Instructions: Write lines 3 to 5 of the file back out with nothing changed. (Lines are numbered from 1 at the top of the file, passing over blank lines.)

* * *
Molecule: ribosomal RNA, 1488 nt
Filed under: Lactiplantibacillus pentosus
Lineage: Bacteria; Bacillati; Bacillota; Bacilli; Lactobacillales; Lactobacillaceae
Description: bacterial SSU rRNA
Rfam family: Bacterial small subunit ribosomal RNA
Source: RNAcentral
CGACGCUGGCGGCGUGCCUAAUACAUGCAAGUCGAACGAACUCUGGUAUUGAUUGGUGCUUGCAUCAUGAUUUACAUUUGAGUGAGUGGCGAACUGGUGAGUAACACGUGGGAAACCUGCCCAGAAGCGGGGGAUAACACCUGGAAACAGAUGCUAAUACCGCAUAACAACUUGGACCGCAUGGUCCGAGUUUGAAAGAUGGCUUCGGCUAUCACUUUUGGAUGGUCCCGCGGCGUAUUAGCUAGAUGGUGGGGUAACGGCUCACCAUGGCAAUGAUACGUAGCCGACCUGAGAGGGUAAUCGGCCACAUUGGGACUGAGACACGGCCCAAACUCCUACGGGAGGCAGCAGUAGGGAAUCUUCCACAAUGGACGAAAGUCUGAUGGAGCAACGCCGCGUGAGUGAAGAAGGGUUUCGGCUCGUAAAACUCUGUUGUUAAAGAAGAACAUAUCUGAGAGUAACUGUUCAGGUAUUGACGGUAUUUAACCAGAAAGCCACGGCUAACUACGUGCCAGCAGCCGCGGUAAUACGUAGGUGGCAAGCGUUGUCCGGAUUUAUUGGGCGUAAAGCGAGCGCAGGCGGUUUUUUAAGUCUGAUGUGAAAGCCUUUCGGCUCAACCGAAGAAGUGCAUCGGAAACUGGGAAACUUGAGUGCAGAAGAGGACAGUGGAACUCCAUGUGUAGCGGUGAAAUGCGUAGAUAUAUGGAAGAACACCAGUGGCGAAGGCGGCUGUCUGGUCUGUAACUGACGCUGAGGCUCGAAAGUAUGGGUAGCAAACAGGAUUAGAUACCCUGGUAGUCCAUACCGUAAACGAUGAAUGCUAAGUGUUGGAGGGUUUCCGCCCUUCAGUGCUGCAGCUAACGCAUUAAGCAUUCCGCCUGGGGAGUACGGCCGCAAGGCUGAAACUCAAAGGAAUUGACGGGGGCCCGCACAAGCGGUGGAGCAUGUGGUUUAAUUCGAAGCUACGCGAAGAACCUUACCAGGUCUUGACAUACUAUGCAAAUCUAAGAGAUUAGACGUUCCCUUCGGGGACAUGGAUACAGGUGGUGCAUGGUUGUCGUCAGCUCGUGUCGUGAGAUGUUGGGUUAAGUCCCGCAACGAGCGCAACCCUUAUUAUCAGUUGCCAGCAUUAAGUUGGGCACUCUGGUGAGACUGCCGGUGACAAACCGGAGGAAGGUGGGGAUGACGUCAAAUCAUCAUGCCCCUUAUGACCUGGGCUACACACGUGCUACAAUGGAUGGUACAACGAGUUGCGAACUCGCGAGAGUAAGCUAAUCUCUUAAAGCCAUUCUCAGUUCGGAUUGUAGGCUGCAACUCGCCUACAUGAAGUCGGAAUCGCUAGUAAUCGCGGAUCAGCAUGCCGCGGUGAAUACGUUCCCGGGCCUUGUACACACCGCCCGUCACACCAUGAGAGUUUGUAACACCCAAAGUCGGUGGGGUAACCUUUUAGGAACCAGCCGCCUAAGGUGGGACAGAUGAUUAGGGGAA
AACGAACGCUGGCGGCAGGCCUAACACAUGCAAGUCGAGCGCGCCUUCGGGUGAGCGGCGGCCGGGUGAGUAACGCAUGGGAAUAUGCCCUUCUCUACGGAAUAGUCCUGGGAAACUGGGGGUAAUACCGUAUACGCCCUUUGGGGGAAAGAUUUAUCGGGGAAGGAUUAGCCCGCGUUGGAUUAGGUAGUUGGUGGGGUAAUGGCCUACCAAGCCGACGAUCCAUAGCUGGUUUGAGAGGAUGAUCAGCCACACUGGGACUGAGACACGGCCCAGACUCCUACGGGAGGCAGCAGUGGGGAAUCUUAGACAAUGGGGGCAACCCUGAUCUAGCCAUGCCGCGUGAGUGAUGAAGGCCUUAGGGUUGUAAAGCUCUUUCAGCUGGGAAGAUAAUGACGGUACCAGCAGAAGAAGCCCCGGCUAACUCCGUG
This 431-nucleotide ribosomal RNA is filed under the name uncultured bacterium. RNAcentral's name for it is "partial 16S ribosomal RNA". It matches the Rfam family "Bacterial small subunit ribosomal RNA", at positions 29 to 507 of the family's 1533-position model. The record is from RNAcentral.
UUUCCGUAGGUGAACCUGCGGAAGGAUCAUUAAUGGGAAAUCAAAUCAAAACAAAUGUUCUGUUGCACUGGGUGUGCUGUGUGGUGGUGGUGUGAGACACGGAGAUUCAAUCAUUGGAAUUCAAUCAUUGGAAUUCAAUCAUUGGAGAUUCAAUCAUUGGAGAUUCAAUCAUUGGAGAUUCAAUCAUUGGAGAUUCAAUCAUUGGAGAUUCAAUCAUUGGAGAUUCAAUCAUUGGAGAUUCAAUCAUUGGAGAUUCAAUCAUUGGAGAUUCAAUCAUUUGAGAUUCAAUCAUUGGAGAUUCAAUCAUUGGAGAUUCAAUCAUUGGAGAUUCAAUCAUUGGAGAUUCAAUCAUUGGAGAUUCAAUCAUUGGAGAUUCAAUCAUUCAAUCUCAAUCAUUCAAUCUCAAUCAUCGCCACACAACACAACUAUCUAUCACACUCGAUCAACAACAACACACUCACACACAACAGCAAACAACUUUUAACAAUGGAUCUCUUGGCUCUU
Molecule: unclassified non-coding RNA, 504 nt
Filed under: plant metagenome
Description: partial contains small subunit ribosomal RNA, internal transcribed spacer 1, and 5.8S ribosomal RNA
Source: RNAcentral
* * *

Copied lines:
Lineage: Bacteria; Bacillati; Bacillota; Bacilli; Lactobacillales; Lactobacillaceae
Description: bacterial SSU rRNA
Rfam family: Bacterial small subunit ribosomal RNA